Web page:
I spent 24 hours in the ER but not due to illness
On Friday, January 20th, I went to the ER by ambulance, but not because I was sick. I went to the ER because nobody was available to work from 4 to midnight on a Friday. Little did I know that eight hours would turn into 24 hours.
In this week’s article, I’ll discuss my experience and attempt to make sense of it. The last part might be tricky.
Please also remember that certain details won’t be mentioned due to my comfort level, privacy etc.
Late Friday morning, I found out that my usual Friday night PSW wasn’t available. I spent the rest of my Friday afternoon reaching out to my other back-ups and the two agencies that regularly provide staff for me.
Just after 4 pm, the paramedics arrived. Nobody knew what to do or if the hospital knew I was coming. The paramedics made a few calls to find out. It took about 15-20 minutes for everything to get sorted out.
Shortly before 5 pm, I was loaded into the ambulance and went to Civic Hospital.
When we arrived, I immediately got a room in the ER. Both the paramedics and staff slid me onto a bed and attempted to ask me questions. I say attempted because they couldn’t understand my voice.
To be perfectly honest, only one or two nurses took the time to make sure they understood what I was saying, as well as, one Respiratory Therapist.
After I was admitted, I was left alone, very alone. There was no TV, and I’m physically unable to use a cell phone or any smart device. For 24 hours, I had no way to communicate with the outside world, and communicating with the ER staff was non-existent.
I was terrified, and I also felt abandoned.
As I mentioned, communicating with ER staff was nearly impossible, especially when I needed help.
One of the nurses gave me a baby monitor to use. I’m physically unable to use a call button, so whenever I needed help, I had to yell.
Now, I’m wondering what would I do if I was non-verbal? With everything happening, I didn’t think to ask.
Trying to get a nurse to help me was extremely difficult. I fully understand nursing shortages and the ongoing mess in the ER etc. Let’s face the fact that our whole healthcare system is in shambles.
For me, not being able to get a nurse was unsafe. At any moment, my ventilator tubing could’ve disconnected, or I could’ve needed to be suctioned immediately.
I’m unable to cough and get rid of fluid in my lungs. Suctioning involves a catheter inserted into my trach tube until it reaches my lungs. The suction catheter is connected to a machine, which has a vacuum, and the fluid in my lungs gets suctioned out. Failure to do it correctly or in a timely manner can affect my breathing.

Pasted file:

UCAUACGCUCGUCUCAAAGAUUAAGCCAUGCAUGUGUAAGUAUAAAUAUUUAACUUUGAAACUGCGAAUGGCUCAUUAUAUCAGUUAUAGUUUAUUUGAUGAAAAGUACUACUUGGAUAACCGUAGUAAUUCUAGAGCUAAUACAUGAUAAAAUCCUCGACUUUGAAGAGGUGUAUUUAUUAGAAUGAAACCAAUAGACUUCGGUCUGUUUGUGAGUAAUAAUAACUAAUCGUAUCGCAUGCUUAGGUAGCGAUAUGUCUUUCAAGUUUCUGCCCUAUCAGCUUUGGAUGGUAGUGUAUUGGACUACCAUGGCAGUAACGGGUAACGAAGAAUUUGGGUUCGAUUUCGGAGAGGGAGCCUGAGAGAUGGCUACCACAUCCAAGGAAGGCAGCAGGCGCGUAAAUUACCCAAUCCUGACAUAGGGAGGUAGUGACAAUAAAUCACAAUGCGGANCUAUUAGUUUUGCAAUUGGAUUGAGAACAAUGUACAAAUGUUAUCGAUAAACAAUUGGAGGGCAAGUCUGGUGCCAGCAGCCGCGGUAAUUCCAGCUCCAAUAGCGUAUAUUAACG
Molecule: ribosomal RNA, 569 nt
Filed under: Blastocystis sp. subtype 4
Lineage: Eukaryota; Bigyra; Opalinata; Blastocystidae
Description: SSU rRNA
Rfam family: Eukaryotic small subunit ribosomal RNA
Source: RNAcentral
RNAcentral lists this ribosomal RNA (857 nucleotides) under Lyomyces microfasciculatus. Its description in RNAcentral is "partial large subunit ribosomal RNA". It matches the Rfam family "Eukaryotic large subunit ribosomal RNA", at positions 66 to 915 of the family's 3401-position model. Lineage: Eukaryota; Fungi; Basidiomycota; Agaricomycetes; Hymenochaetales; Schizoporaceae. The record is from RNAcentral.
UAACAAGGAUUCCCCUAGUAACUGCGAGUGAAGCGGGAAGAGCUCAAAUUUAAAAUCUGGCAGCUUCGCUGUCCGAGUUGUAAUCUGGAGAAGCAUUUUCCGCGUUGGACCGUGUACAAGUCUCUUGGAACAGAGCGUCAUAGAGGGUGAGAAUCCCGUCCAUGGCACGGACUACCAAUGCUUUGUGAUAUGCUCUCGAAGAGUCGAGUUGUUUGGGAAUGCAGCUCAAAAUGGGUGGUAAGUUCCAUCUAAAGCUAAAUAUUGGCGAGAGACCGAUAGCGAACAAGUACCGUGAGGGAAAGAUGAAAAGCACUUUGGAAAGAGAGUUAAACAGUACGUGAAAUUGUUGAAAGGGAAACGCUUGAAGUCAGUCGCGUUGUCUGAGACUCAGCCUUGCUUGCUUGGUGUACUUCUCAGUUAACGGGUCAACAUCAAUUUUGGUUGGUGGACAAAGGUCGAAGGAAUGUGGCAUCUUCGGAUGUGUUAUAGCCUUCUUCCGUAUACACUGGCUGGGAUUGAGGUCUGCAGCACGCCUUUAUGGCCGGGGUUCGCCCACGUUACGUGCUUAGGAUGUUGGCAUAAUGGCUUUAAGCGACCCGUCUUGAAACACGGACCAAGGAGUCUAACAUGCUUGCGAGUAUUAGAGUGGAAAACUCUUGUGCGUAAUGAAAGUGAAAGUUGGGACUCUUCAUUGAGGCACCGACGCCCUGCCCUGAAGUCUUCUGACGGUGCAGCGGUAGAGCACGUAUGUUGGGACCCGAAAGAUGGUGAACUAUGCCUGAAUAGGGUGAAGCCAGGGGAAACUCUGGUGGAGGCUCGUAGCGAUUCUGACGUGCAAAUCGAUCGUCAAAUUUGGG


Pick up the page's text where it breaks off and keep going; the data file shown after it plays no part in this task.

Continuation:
While in the ER, the RT was responsible for suctioning me. On some occasions, I waited at least an hour.
As I stated earlier, I understand they’re busy dealing with other patients. I’m just simply saying that I didn’t feel safe.
Some may be wondering why I ended up staying for 24 hours. Well, it was a combination of miscommunication, lack of transportation, and lack of staff again the next day.
On Saturday, around 4:30 pm, I was picked up at the ER by Priority Patient Transfer Service. I returned home shortly after 5 pm.
Since then, all of my energy has been focused on ensuring that one of my caregivers will show up for their shift. What little energy is left over is spent trying to get more staff as a backup.
For several reasons, this experience has significantly affected my mental health. I won’t go into details now, but it’s a topic that I’ll revisit at a later time.
As far as this specific article, I know that most people’s first reaction will be anger and probably anti-Doug Ford. I agree with you. However, I’ve learned those feelings and actions do very little.
We end up coming across as Grandpa Simpson yelling at clouds.
There should be conversations regarding healthcare and how people with disabilities are treated. Using my situation as an example, ER staff either didn’t have time or the patience to communicate with me properly, and as a result, I didn’t feel safe. For several reasons, it’s disrespectful and puts PWD at risk.
We need to learn to better utilize the tools and resources that exist. Also, there needs to be better communication between healthcare providers, caregivers, individuals, and their families.
It’s far too easy to get mad and write angry posts on social media.
People need to sit down, face to face, to discuss how to include people with disabilities and our needs.
After all, people with disabilities are people too.